The Harvard women's tennis team wound up its fall season with a decisive 6-1 victory over local rival Boston College yesterday afternoon at Soldiers Field.
Number one Martha Roberts, finishing unbeaten in match play. glossed over Kathy Lynch, 6-1, 6-4. Meg Meyer turned on the steam after dropping her first set, outlasting Dede Krieger, 5-7, 6-0, 6-1.
At the third position, Libby Pierpont handled Martina Nolan, the foe who beat her in the Greater Boston finals, with surprising ease, 6-3, 6-2. Sally Roberts, playing number four, downed Mary Ann McCarthy 7-5, 6-2, while in the fifth singles match Katie Ditzler breezed by Kristin Fullam, 3 and 2.
In doubles play, Terry Clarke and Leslie Miller lost to Joanne Ruel and Cathy Streich, 1-6, 4-6. Diane Leary and Sheila Hopkins turned the tables in the second doubles, easing by their BC opponents Martha Moorhead and Betty Quigley, 6-2, 6-3.
Closing out the fall campaign with an unblemished 4-0 record, the Crimson have emerged as the team to beat in the Boston area. Armed with the Greater Boston Tournament title, the Mass State title, and a third place finish in the New England Regional Championships, the women in white are fighting to carve a niche among the traditional powerhouses of the Northeast.
Clake and captain Ditzler agreed that this fall "was only a warmup. The real season begins in the spring." Ditzler added, "We've made our mark in the Boston area. Now we want to work hard this winter and branch out next season."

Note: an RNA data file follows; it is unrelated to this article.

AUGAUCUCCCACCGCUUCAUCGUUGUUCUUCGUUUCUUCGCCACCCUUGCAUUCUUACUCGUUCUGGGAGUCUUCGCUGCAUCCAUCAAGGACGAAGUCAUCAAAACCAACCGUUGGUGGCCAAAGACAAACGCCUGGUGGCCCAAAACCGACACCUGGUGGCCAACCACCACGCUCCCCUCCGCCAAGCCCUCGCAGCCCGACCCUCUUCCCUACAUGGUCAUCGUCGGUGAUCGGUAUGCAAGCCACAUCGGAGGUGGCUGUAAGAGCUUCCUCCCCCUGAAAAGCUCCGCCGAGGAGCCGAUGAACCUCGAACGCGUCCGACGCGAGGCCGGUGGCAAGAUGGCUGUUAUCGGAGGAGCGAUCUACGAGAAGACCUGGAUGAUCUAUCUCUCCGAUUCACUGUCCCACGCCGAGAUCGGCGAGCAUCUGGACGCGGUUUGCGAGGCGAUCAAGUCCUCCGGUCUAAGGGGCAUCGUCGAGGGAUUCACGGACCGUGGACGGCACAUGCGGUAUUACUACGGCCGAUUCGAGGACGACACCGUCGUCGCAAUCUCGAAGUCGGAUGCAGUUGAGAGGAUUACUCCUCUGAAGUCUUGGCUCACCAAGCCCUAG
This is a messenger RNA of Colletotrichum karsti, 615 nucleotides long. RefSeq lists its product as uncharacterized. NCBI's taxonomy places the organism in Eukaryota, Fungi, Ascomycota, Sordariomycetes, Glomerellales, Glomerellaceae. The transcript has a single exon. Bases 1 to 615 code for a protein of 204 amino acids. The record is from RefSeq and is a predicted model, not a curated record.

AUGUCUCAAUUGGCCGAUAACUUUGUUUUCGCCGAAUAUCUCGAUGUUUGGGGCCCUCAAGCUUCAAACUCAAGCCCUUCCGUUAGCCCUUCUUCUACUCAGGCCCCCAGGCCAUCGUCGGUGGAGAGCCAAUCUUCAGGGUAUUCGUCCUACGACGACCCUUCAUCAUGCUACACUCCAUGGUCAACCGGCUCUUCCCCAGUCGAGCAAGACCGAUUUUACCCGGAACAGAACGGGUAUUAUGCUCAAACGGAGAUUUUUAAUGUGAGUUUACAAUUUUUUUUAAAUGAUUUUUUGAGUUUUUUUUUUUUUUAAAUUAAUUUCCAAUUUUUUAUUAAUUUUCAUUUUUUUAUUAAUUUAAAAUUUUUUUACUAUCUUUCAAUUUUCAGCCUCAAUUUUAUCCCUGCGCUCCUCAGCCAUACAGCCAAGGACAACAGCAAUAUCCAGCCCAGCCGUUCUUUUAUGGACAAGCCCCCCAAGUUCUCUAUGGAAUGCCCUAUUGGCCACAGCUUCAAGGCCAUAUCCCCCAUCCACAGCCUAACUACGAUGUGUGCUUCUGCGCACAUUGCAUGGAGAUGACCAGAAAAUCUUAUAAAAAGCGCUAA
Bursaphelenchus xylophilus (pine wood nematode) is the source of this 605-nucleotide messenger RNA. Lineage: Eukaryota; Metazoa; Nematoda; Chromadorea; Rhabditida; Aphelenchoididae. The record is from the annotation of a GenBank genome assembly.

During the offseason, the netwomen are scheduled for indoor court time late at night, early in the morning, and two weekday afternoons each week. Women's team Coach PeterFelske, who will also be assisting the men's team, will work with the women's team members on specific weaknesses.
Felske said the team practices well together and the winter break should provide a good opportunity for individual improvement. "Martha, Meg, and Libby are so closely matched that they make great sparring partners for each otehr," he added.
Pierpont noted the overwhelming success of the fall mini-season was a "great time" and "built up team confidence." She added that the netwomen are prepared to face much tougher competition in the spring, when Ivy League competition begins.
With freshmen holding 12 of the 16 spots on the team, and a new coach enthusiastically leading the way, Yale and Princeton had better watch out.